Science Says Reading Aloud to Dogs Can Help Kids Struggling with Literacy

children learning to read by reading with pets hero

What do wildly popular children’s book author Dav Pilkey (Captain Underpants, Dog Man) and researchers at UC Davis’s School of Veterinary Medicine have in common? Both strongly believe that when children read aloud to dogs, their literacy skills skyrocket.

Whether those fluffy listeners are the family pet or a school- or library-visiting volunteer provided by organizations like Paws to Read, the act of reading to a dog demonstrably reduces much of the anxiety kids feel when sounding out words for an audience. (No one who eats garbage and licks her own tush will judge you for confusing “can” with “car.” Nor will she give you a grade.)

These adorable study sessions have also been shown to help kids develop focus and concentration, cultivate a positive attitude toward school and expand their vocabulary and fluency by as much as 30 percent.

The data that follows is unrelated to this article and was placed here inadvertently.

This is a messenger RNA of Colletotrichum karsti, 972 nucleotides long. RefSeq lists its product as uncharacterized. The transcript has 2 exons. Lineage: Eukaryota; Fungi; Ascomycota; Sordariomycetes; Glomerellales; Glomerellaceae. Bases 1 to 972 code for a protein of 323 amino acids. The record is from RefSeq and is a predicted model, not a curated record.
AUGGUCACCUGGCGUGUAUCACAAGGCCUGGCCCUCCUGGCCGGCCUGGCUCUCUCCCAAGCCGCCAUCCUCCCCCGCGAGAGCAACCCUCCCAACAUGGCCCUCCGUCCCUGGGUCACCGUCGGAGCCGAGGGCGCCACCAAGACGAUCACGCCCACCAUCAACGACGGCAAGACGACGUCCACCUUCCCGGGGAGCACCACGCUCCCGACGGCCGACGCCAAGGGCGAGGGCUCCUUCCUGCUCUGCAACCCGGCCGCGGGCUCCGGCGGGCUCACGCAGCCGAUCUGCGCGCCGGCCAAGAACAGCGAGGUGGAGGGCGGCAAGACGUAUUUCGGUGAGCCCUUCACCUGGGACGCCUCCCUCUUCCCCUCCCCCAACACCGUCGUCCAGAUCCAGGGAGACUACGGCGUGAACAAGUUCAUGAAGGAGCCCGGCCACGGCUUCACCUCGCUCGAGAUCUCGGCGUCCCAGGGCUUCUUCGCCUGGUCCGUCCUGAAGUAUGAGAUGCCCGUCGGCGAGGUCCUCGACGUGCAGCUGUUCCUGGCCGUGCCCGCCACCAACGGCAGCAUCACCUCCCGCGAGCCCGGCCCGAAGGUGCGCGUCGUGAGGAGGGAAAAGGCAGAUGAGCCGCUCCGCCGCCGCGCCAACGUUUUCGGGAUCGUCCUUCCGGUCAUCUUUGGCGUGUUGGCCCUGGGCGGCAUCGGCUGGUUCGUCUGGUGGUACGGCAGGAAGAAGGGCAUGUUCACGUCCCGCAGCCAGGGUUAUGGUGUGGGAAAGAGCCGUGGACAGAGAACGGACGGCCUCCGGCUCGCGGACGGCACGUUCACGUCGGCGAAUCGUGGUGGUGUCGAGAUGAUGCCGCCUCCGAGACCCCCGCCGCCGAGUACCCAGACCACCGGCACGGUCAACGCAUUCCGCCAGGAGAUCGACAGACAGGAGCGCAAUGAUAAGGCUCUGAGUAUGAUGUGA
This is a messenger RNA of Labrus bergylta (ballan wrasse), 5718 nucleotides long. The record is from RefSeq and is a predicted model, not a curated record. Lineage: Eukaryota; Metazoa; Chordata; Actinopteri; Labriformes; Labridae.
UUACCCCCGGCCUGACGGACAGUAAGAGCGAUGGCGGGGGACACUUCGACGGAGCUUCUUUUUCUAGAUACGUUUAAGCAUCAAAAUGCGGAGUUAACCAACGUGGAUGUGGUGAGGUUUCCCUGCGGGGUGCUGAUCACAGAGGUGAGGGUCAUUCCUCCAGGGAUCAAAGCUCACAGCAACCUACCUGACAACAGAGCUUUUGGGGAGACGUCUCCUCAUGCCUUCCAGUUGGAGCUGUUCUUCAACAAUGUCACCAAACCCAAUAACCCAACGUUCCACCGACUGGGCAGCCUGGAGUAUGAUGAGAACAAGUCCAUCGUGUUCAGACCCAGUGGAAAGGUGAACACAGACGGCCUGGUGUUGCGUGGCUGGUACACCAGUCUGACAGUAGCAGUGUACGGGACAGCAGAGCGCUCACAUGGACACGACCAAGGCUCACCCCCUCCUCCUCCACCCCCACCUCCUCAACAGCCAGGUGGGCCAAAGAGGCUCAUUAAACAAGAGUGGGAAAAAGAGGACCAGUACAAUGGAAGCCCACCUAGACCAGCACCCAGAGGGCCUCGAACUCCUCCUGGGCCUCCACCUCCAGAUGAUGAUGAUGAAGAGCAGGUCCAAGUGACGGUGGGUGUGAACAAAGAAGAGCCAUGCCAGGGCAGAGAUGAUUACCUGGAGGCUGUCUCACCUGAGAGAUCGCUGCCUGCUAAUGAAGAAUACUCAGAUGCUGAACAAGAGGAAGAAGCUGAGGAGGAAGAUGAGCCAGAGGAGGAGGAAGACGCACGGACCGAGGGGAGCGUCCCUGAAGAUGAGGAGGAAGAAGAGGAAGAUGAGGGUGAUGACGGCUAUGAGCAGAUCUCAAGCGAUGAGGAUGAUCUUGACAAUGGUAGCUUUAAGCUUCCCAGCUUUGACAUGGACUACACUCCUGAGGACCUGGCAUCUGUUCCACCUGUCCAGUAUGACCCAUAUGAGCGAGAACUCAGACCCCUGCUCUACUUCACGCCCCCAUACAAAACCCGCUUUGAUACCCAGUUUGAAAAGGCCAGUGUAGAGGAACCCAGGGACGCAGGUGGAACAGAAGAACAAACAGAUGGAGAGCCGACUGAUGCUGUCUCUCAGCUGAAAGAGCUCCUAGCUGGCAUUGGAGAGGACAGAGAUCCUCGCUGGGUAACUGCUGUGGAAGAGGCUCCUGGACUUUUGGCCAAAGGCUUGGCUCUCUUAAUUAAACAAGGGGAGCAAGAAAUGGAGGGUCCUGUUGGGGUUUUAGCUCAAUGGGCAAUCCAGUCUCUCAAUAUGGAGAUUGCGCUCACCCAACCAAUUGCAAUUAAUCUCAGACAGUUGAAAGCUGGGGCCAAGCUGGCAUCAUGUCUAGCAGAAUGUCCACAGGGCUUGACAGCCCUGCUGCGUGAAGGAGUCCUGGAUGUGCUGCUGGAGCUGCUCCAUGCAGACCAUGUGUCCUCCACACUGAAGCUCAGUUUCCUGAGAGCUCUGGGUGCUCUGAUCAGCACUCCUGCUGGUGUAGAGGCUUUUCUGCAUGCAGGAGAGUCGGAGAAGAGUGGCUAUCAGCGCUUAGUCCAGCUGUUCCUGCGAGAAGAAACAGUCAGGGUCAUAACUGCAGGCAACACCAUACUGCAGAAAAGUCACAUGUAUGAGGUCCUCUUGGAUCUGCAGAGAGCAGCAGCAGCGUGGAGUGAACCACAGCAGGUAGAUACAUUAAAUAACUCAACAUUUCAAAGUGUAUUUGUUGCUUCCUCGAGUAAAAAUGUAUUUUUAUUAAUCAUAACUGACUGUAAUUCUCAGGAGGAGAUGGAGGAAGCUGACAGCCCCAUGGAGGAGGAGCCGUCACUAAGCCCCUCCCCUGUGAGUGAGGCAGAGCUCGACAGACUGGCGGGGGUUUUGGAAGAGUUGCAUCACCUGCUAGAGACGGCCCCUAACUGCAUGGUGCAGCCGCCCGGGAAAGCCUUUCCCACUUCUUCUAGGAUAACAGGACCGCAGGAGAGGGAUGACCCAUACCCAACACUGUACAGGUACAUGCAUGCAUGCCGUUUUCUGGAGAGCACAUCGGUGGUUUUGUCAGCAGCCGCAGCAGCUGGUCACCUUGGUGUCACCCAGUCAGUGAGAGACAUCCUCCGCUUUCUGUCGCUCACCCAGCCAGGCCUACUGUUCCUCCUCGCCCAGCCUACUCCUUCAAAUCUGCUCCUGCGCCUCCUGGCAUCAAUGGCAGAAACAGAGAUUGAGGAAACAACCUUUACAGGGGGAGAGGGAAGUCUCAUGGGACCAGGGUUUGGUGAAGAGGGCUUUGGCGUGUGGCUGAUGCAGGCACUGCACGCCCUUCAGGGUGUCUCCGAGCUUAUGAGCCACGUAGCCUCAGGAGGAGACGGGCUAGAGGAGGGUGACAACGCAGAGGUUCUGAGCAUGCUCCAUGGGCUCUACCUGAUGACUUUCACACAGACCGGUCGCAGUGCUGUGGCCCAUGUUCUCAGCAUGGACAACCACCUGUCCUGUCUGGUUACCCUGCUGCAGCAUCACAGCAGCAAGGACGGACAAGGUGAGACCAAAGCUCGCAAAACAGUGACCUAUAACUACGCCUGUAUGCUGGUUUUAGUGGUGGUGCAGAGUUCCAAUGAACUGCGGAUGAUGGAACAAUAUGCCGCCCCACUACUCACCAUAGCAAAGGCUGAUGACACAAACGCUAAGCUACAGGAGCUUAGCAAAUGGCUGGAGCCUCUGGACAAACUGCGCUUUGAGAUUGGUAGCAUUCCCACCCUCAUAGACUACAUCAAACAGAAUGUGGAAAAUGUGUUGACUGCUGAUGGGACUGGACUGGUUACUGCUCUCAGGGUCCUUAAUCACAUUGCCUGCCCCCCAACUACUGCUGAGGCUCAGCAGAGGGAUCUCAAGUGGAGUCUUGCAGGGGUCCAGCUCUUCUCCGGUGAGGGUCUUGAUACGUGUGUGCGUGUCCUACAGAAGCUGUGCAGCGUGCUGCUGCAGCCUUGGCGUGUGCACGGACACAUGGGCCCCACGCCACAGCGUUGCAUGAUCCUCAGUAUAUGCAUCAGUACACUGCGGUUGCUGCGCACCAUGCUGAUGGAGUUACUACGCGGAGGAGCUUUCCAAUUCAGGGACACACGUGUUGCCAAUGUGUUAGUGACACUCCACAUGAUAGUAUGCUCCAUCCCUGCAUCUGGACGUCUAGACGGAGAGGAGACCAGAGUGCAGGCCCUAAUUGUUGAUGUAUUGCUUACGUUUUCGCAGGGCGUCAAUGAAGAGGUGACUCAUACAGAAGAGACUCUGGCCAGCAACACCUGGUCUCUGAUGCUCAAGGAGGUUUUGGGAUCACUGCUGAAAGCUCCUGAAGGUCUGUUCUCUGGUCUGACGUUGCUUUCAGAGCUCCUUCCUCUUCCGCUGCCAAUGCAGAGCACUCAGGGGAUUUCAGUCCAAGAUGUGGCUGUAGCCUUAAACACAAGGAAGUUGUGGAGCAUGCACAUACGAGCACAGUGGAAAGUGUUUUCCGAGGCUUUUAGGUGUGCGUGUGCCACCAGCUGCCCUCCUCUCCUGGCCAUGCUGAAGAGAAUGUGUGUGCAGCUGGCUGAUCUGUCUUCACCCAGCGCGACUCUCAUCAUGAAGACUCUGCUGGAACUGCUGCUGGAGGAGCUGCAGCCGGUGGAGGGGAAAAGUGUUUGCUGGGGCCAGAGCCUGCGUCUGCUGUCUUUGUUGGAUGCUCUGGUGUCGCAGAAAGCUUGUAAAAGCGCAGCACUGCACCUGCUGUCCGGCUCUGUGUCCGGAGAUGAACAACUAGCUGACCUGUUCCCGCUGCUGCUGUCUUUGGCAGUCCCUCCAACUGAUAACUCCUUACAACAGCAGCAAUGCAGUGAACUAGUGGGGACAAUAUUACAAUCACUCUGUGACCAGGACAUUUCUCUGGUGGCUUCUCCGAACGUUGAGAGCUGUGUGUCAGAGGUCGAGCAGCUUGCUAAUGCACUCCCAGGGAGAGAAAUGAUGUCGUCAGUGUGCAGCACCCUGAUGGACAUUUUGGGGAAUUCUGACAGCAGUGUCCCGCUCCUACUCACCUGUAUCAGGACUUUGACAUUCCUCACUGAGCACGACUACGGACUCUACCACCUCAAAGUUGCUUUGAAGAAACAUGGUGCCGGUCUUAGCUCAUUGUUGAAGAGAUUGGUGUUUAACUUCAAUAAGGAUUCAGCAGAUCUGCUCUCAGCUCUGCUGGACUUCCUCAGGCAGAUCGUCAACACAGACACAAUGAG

In the UC Davis study, a group of kids visited rescue dogs once a week for ten weeks, reading aloud to them for just 15 to 20 minutes each time. Seventy-five percent of their parents reported a dramatic increase in their child’s reading frequency and confidence.  

Even in a stressful classroom setting, second graders who read aloud to visiting dogs were significantly more motivated and happier about reading than classmates who followed a standard curriculum, according to a similar study out of Tufts.

Forget “The dog ate my homework.” It’s more likely she helped you with it.  

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